Charles-Louis Yoshiyama trained on scholarship at English National Ballet School and at Houston Ballet’s Ben Stevenson Academy. In 2007, Mr. Yoshiyama was a finalist at the Prix de Lausanne in Switzerland, winning a contemporary award/scholarship. He was also a finalist at the Youth American Grand Prix and received the Outstanding Contemporary Award. Mr. Yoshiyama had the opportunity to perform Swan Lake with English National Ballet and perform at the Prix de Lausanne gala in Japan in 2007. He joined Houston Ballet as an apprentice in 2008 and became a member of the corps de ballet in 2009. As a dancer with Houston Ballet, Mr. Yoshiyama has been featured in many roles, including Marquis de la Fayette in Stanton Welch’s Marie, the fourth movement in George Balanchine’s Symphony in C and the third pas de deux in Stanton Welch’s Nosotros. He has also performed in Stanton Welch’s Swan Lake and Divergence.

About Houston Ballet

On February 17, 1969 a troupe of 15 young dancers made its stage debut at Sam Houston State Teacher’s College in Huntsville, Texas.  Since that time, Houston Ballet has evolved into a company of 51 dancers with a budget of $19.2 million (making it the United States’ fourth largest ballet company by number of dancers), a state-of-the-art performance space built especially for the company, Wortham Theater Center, the largest professional dance facility in America, Houston Ballet’s $46.6 million Center for Dance which opened in April 2011, and an endowment of just over $57.6 million (as of May 2011).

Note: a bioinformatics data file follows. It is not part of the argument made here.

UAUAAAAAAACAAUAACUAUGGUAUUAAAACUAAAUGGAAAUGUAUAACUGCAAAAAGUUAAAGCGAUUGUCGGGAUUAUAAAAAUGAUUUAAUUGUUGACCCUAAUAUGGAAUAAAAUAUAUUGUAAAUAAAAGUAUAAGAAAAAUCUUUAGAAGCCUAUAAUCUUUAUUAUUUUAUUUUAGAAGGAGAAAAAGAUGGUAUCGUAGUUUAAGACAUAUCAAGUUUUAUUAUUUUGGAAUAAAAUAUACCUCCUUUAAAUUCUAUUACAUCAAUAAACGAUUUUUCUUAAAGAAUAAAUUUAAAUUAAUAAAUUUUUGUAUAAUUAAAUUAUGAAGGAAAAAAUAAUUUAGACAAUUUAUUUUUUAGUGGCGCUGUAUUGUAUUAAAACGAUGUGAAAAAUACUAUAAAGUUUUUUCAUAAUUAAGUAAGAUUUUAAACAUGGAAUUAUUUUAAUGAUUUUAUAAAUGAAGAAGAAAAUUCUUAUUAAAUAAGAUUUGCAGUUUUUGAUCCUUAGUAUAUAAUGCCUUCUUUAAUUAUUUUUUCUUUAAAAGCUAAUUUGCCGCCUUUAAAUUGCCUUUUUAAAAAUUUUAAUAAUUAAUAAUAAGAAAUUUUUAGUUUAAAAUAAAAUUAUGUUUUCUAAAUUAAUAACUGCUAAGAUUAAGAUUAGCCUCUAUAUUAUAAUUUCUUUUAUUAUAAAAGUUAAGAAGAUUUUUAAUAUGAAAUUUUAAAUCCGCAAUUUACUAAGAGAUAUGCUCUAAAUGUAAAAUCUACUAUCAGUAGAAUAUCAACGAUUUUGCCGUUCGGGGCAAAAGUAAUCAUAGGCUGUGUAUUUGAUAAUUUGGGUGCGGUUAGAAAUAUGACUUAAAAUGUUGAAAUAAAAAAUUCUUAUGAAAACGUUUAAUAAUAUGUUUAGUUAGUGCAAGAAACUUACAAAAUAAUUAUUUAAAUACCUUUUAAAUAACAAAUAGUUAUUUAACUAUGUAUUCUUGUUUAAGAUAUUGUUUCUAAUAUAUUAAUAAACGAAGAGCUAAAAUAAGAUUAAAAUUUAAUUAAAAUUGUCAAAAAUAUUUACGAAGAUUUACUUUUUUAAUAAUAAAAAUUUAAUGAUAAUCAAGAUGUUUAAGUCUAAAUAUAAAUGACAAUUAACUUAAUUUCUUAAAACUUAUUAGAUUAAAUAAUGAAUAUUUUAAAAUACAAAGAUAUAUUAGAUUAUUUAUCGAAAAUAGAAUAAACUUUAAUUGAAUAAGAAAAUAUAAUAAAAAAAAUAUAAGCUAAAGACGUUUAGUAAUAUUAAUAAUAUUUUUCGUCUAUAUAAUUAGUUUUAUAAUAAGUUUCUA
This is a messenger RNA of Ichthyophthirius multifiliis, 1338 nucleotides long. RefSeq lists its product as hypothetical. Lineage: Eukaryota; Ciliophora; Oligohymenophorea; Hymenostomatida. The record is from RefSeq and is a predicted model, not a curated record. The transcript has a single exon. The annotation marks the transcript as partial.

Australian choreographer Stanton Welch has served as artistic director of Houston Ballet since 2003, raising the level of the company’s classical technique and commissioning many new works from dance makers such as Christopher Bruce, Jorma Elo, James Kudelka, Trey McIntyre, Julia Adam, Natalie Weir and Nicolo Fonte.  Executive director James Nelson serves as the administrative leader of the company, a position he assumed in February 2012 after serving as the company’s general manager for over a decade.

Houston Ballet has toured extensively both nationally and internationally. Over the last decade, the company has appeared in London at Sadler’s Wells, at the Bolshoi Theater in Moscow, Ottawa, in six cities in Spain, in Montréal, at The Kennedy Center in Washington, D.C., in New York at City Center and The Joyce Theater, and in cities large and small across the United States. Houston Ballet has emerged as a leader in the expensive, labor-intensive task of nurturing the creation and development of new full-length narrative ballets.

Writing in The Financial Times on March 6, 2006, dance critic Hilary Ostlere praised Houston Ballet as “a strong, reinvigorated company whose male contingent is particularly impressive, a well-drilled corps and an enviable selection of soloists and principals.”

Houston Ballet Orchestra was established in the late 1970s and currently consists of 61 professional musicians who play all ballet performances at Wortham Theater Center under music director Ermanno Florio.

Houston Ballet’s Education and Outreach Program has reached over 22,000 Houston area students (as of the 2010-2011 season). Houston Ballet’s Academy has 509 students and has had four academy students win prizes at the prestigious international ballet competition the Prix de Lausanne, with one student winning the overall competition in 2010. For more information on Houston Ballet visit www.houstonballet.org.